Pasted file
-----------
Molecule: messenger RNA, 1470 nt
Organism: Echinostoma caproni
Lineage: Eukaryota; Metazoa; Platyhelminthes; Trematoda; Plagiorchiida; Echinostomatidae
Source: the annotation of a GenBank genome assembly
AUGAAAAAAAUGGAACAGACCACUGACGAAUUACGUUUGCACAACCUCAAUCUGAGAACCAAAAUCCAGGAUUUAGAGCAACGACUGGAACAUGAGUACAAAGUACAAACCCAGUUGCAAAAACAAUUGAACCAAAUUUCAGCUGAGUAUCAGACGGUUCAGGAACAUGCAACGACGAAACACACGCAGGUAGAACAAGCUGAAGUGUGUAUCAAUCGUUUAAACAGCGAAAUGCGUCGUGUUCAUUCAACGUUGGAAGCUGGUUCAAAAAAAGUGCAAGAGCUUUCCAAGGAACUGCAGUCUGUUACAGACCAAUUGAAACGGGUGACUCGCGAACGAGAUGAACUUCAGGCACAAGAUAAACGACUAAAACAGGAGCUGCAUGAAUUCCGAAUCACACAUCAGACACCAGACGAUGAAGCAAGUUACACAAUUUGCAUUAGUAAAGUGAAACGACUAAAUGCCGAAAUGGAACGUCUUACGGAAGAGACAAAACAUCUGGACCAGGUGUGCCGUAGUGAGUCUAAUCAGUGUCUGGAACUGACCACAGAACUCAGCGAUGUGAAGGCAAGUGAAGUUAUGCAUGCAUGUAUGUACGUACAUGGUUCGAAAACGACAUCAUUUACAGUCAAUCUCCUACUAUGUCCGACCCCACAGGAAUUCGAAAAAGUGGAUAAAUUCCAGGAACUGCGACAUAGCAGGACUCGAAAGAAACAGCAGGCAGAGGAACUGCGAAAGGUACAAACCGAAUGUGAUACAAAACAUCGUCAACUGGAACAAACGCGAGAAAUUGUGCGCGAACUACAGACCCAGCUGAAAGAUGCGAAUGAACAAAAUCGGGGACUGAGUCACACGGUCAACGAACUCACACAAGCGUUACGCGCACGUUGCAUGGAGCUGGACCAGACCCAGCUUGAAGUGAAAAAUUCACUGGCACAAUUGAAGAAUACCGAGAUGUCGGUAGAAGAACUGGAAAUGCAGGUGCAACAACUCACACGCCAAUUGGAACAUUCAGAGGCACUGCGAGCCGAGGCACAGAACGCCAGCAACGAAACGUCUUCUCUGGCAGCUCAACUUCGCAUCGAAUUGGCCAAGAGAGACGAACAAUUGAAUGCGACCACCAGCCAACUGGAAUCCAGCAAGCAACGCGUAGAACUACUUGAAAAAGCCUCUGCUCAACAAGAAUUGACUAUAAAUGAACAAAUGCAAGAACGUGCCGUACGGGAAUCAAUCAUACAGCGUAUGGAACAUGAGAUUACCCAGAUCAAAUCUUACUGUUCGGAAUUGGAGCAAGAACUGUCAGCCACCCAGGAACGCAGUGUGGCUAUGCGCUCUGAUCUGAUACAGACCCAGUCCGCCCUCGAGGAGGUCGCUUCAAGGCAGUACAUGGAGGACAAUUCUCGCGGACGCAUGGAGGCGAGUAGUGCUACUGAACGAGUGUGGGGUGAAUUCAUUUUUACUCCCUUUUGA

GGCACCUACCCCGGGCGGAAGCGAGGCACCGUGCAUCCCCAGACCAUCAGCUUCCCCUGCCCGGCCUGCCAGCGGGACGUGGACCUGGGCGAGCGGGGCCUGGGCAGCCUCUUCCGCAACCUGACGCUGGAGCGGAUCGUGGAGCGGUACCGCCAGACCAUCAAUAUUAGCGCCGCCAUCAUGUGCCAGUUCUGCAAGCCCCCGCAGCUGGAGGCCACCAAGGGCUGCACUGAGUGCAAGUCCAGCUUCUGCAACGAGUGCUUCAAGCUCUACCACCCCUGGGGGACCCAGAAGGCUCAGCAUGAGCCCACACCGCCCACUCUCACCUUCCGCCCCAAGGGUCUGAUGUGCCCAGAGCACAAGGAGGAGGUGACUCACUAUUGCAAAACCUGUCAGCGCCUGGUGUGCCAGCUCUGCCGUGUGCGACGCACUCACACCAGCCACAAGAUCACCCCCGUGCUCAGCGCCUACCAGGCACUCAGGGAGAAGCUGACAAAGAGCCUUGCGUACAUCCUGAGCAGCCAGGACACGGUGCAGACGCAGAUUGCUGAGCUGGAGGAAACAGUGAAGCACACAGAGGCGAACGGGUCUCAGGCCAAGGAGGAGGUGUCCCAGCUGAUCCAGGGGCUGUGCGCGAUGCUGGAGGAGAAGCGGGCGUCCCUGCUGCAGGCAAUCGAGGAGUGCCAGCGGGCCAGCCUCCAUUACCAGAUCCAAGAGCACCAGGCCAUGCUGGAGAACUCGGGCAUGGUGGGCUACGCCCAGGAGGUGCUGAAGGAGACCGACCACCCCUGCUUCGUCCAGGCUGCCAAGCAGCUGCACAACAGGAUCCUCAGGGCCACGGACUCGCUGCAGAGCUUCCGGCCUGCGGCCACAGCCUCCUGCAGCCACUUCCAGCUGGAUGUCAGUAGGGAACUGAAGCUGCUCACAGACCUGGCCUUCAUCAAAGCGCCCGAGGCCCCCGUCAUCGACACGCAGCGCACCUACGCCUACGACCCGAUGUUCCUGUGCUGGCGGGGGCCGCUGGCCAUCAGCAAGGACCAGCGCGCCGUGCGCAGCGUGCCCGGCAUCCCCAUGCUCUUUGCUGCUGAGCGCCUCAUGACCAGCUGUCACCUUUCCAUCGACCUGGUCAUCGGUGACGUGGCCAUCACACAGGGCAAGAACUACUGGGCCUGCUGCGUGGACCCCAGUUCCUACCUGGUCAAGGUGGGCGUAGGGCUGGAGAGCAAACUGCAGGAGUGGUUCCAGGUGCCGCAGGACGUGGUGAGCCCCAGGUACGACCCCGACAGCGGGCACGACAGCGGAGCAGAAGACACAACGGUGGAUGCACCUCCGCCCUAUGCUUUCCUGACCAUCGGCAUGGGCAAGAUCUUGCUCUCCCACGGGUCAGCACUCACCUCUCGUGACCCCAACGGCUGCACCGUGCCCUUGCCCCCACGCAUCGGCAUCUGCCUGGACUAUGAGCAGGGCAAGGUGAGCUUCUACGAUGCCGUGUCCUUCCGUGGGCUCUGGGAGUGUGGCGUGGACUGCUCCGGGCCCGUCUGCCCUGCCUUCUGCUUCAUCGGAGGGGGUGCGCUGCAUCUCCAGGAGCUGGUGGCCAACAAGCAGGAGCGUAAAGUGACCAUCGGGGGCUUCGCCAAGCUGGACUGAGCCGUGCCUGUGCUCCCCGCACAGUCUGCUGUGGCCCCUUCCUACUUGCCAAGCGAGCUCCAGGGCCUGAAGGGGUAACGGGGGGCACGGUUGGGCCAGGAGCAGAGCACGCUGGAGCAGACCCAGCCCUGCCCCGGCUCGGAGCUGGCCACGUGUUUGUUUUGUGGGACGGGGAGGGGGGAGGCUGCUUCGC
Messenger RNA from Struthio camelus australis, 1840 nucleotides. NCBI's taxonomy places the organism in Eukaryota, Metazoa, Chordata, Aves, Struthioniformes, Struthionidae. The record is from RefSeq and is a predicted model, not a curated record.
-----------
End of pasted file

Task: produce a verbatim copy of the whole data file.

Molecule: messenger RNA, 1470 nt
Organism: Echinostoma caproni
Lineage: Eukaryota; Metazoa; Platyhelminthes; Trematoda; Plagiorchiida; Echinostomatidae
Source: the annotation of a GenBank genome assembly
AUGAAAAAAAUGGAACAGACCACUGACGAAUUACGUUUGCACAACCUCAAUCUGAGAACCAAAAUCCAGGAUUUAGAGCAACGACUGGAACAUGAGUACAAAGUACAAACCCAGUUGCAAAAACAAUUGAACCAAAUUUCAGCUGAGUAUCAGACGGUUCAGGAACAUGCAACGACGAAACACACGCAGGUAGAACAAGCUGAAGUGUGUAUCAAUCGUUUAAACAGCGAAAUGCGUCGUGUUCAUUCAACGUUGGAAGCUGGUUCAAAAAAAGUGCAAGAGCUUUCCAAGGAACUGCAGUCUGUUACAGACCAAUUGAAACGGGUGACUCGCGAACGAGAUGAACUUCAGGCACAAGAUAAACGACUAAAACAGGAGCUGCAUGAAUUCCGAAUCACACAUCAGACACCAGACGAUGAAGCAAGUUACACAAUUUGCAUUAGUAAAGUGAAACGACUAAAUGCCGAAAUGGAACGUCUUACGGAAGAGACAAAACAUCUGGACCAGGUGUGCCGUAGUGAGUCUAAUCAGUGUCUGGAACUGACCACAGAACUCAGCGAUGUGAAGGCAAGUGAAGUUAUGCAUGCAUGUAUGUACGUACAUGGUUCGAAAACGACAUCAUUUACAGUCAAUCUCCUACUAUGUCCGACCCCACAGGAAUUCGAAAAAGUGGAUAAAUUCCAGGAACUGCGACAUAGCAGGACUCGAAAGAAACAGCAGGCAGAGGAACUGCGAAAGGUACAAACCGAAUGUGAUACAAAACAUCGUCAACUGGAACAAACGCGAGAAAUUGUGCGCGAACUACAGACCCAGCUGAAAGAUGCGAAUGAACAAAAUCGGGGACUGAGUCACACGGUCAACGAACUCACACAAGCGUUACGCGCACGUUGCAUGGAGCUGGACCAGACCCAGCUUGAAGUGAAAAAUUCACUGGCACAAUUGAAGAAUACCGAGAUGUCGGUAGAAGAACUGGAAAUGCAGGUGCAACAACUCACACGCCAAUUGGAACAUUCAGAGGCACUGCGAGCCGAGGCACAGAACGCCAGCAACGAAACGUCUUCUCUGGCAGCUCAACUUCGCAUCGAAUUGGCCAAGAGAGACGAACAAUUGAAUGCGACCACCAGCCAACUGGAAUCCAGCAAGCAACGCGUAGAACUACUUGAAAAAGCCUCUGCUCAACAAGAAUUGACUAUAAAUGAACAAAUGCAAGAACGUGCCGUACGGGAAUCAAUCAUACAGCGUAUGGAACAUGAGAUUACCCAGAUCAAAUCUUACUGUUCGGAAUUGGAGCAAGAACUGUCAGCCACCCAGGAACGCAGUGUGGCUAUGCGCUCUGAUCUGAUACAGACCCAGUCCGCCCUCGAGGAGGUCGCUUCAAGGCAGUACAUGGAGGACAAUUCUCGCGGACGCAUGGAGGCGAGUAGUGCUACUGAACGAGUGUGGGGUGAAUUCAUUUUUACUCCCUUUUGA

GGCACCUACCCCGGGCGGAAGCGAGGCACCGUGCAUCCCCAGACCAUCAGCUUCCCCUGCCCGGCCUGCCAGCGGGACGUGGACCUGGGCGAGCGGGGCCUGGGCAGCCUCUUCCGCAACCUGACGCUGGAGCGGAUCGUGGAGCGGUACCGCCAGACCAUCAAUAUUAGCGCCGCCAUCAUGUGCCAGUUCUGCAAGCCCCCGCAGCUGGAGGCCACCAAGGGCUGCACUGAGUGCAAGUCCAGCUUCUGCAACGAGUGCUUCAAGCUCUACCACCCCUGGGGGACCCAGAAGGCUCAGCAUGAGCCCACACCGCCCACUCUCACCUUCCGCCCCAAGGGUCUGAUGUGCCCAGAGCACAAGGAGGAGGUGACUCACUAUUGCAAAACCUGUCAGCGCCUGGUGUGCCAGCUCUGCCGUGUGCGACGCACUCACACCAGCCACAAGAUCACCCCCGUGCUCAGCGCCUACCAGGCACUCAGGGAGAAGCUGACAAAGAGCCUUGCGUACAUCCUGAGCAGCCAGGACACGGUGCAGACGCAGAUUGCUGAGCUGGAGGAAACAGUGAAGCACACAGAGGCGAACGGGUCUCAGGCCAAGGAGGAGGUGUCCCAGCUGAUCCAGGGGCUGUGCGCGAUGCUGGAGGAGAAGCGGGCGUCCCUGCUGCAGGCAAUCGAGGAGUGCCAGCGGGCCAGCCUCCAUUACCAGAUCCAAGAGCACCAGGCCAUGCUGGAGAACUCGGGCAUGGUGGGCUACGCCCAGGAGGUGCUGAAGGAGACCGACCACCCCUGCUUCGUCCAGGCUGCCAAGCAGCUGCACAACAGGAUCCUCAGGGCCACGGACUCGCUGCAGAGCUUCCGGCCUGCGGCCACAGCCUCCUGCAGCCACUUCCAGCUGGAUGUCAGUAGGGAACUGAAGCUGCUCACAGACCUGGCCUUCAUCAAAGCGCCCGAGGCCCCCGUCAUCGACACGCAGCGCACCUACGCCUACGACCCGAUGUUCCUGUGCUGGCGGGGGCCGCUGGCCAUCAGCAAGGACCAGCGCGCCGUGCGCAGCGUGCCCGGCAUCCCCAUGCUCUUUGCUGCUGAGCGCCUCAUGACCAGCUGUCACCUUUCCAUCGACCUGGUCAUCGGUGACGUGGCCAUCACACAGGGCAAGAACUACUGGGCCUGCUGCGUGGACCCCAGUUCCUACCUGGUCAAGGUGGGCGUAGGGCUGGAGAGCAAACUGCAGGAGUGGUUCCAGGUGCCGCAGGACGUGGUGAGCCCCAGGUACGACCCCGACAGCGGGCACGACAGCGGAGCAGAAGACACAACGGUGGAUGCACCUCCGCCCUAUGCUUUCCUGACCAUCGGCAUGGGCAAGAUCUUGCUCUCCCACGGGUCAGCACUCACCUCUCGUGACCCCAACGGCUGCACCGUGCCCUUGCCCCCACGCAUCGGCAUCUGCCUGGACUAUGAGCAGGGCAAGGUGAGCUUCUACGAUGCCGUGUCCUUCCGUGGGCUCUGGGAGUGUGGCGUGGACUGCUCCGGGCCCGUCUGCCCUGCCUUCUGCUUCAUCGGAGGGGGUGCGCUGCAUCUCCAGGAGCUGGUGGCCAACAAGCAGGAGCGUAAAGUGACCAUCGGGGGCUUCGCCAAGCUGGACUGAGCCGUGCCUGUGCUCCCCGCACAGUCUGCUGUGGCCCCUUCCUACUUGCCAAGCGAGCUCCAGGGCCUGAAGGGGUAACGGGGGGCACGGUUGGGCCAGGAGCAGAGCACGCUGGAGCAGACCCAGCCCUGCCCCGGCUCGGAGCUGGCCACGUGUUUGUUUUGUGGGACGGGGAGGGGGGAGGCUGCUUCGC
Messenger RNA from Struthio camelus australis, 1840 nucleotides. NCBI's taxonomy places the organism in Eukaryota, Metazoa, Chordata, Aves, Struthioniformes, Struthionidae. The record is from RefSeq and is a predicted model, not a curated record.